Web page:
Editor’s Note: Leonard Gobah is the Manager of the Marie Stopes International Ghana project “No Yawa” (no problem, or no mistake). A partnership with DKT International and the Grameen Foundation, with funding from the Embassy of the Kingdom of Netherlands, No Yawa provides accurate, non-judgmental information about sexual and reproductive health to young Ghanaians.
YOUNG PEOPLE IN GHANA SHARE STORIES OF SEXUAL HEALTH
By Leonard Gobah, Marie Stopes International
In June 2014, the Marie Stopes International Ghana No Yawa project collaborated with the Center for Digital Storytelling’s Silence Speaks program to organize the first-ever digital storytelling workshop in Ghana. The workshop brought nine young people from regions around the country together to share stories about their sexual and reproductive health.
Stories created during the five-day workshop were recorded in seven different local languages- a record number of different languages in a single workshop, in the 21-year history of the Center for Digital Storytelling. The young people who participated told personal stories of surviving and thriving in the aftermath of economic hardship, difficult relationships, teenage pregnancy, sexual assault, and sexually transmitted infections. Their powerful stories took shape as short films. The stories offer youth-friendly information, open up sensitive topics, and illustrate the need for improvements in adolescent sexual health services.
For many of the participants, the workshop represented the first time they had ever held a camera. After the group shared their stories, one participant, a No Yawa peer educator, said that even though she was sad to hear what others had spoken of, she was also moved to action. Another said “I am so humbled by all these stories. I always thought I went through the most terrible experience as a young boy until I heard others speak during the workshop. I feel so relieved after sharing my story, and I am happy I have shared it to help other young people.”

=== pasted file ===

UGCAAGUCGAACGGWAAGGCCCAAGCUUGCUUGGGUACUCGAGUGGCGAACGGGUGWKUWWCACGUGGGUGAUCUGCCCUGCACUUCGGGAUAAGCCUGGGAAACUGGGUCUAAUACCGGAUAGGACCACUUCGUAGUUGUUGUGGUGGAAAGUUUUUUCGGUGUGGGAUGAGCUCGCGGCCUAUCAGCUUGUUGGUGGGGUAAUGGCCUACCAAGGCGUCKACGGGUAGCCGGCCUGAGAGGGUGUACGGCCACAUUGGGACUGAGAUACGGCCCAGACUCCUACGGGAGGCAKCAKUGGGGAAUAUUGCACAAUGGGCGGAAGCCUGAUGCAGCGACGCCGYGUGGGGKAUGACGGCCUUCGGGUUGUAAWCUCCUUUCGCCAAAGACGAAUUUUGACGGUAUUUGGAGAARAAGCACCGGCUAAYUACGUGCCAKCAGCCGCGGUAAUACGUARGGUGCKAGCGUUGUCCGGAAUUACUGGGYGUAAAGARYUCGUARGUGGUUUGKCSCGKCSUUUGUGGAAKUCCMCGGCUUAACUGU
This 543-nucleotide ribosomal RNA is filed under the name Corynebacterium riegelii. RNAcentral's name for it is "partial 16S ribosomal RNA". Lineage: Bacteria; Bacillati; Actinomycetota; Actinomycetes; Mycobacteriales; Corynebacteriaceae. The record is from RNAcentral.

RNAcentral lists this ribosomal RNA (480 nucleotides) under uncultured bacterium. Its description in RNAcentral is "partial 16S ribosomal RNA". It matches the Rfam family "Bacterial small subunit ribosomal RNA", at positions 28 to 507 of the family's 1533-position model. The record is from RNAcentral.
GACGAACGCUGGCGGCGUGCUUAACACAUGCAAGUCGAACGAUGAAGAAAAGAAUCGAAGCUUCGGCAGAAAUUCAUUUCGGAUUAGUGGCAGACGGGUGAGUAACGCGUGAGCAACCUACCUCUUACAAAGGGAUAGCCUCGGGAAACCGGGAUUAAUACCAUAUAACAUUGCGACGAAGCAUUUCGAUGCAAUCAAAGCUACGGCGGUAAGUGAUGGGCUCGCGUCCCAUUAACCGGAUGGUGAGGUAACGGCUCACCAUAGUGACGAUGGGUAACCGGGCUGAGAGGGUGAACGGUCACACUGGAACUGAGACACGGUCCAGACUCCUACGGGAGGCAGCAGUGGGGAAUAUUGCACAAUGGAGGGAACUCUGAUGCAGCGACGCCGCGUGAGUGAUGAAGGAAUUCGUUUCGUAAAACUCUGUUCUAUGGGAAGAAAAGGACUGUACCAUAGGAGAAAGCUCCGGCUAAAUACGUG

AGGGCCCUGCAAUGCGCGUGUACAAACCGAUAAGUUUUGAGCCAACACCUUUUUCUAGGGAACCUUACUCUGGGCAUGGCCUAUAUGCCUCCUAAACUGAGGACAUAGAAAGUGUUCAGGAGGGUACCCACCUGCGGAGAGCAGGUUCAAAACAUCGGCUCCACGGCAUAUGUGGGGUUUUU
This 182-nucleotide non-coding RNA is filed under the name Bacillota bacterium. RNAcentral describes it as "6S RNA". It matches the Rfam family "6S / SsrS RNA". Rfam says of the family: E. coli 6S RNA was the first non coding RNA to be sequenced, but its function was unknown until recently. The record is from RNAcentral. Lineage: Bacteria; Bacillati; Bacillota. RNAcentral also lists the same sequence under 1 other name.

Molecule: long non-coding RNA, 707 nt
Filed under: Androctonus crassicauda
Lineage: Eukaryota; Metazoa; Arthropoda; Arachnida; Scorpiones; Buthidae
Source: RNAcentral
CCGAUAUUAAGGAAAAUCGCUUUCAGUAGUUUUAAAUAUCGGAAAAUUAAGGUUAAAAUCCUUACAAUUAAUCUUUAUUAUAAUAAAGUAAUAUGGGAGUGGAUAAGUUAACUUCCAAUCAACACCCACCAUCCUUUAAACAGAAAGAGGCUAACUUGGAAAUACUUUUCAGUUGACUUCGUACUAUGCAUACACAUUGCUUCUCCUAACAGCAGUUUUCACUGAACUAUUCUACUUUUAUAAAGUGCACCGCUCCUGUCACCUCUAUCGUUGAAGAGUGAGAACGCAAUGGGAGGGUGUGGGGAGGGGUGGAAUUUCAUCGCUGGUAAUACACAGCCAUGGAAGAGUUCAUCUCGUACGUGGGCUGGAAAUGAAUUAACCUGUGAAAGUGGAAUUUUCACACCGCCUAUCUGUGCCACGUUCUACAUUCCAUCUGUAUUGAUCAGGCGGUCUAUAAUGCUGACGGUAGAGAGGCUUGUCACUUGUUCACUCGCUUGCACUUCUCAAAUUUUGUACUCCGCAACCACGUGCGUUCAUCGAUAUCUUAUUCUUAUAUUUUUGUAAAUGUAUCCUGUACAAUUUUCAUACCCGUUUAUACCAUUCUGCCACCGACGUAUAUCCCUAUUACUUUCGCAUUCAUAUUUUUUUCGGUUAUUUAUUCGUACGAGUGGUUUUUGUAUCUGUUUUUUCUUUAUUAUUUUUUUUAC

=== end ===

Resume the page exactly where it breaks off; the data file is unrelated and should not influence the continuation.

As the Project Manager for No Yawa, I know that the stories created in this workshop will be of immense benefit for our program. The fact that they are told by youth means that the other young people who watch them are more likely to listen, learn, and make good decisions about their own sexual health. Adolescents need to feel comfortable accessing sexual and reproductive health information and services, including family planning services. For too long, family planning has been seen as only for married couples; this must change, and the services must be made appropriate and welcoming, for youth.
At Marie Stopes International Ghana, we plan to use the stories created in the workshop as education and advocacy tools. We will be sharing them with Marie Stopes International Directors across the world, and with state health and justice agencies, legislators, and through local media here in Ghana. Most importantly, the storytellers who created the videos will show them within their schools and communities, as part of their peer education efforts.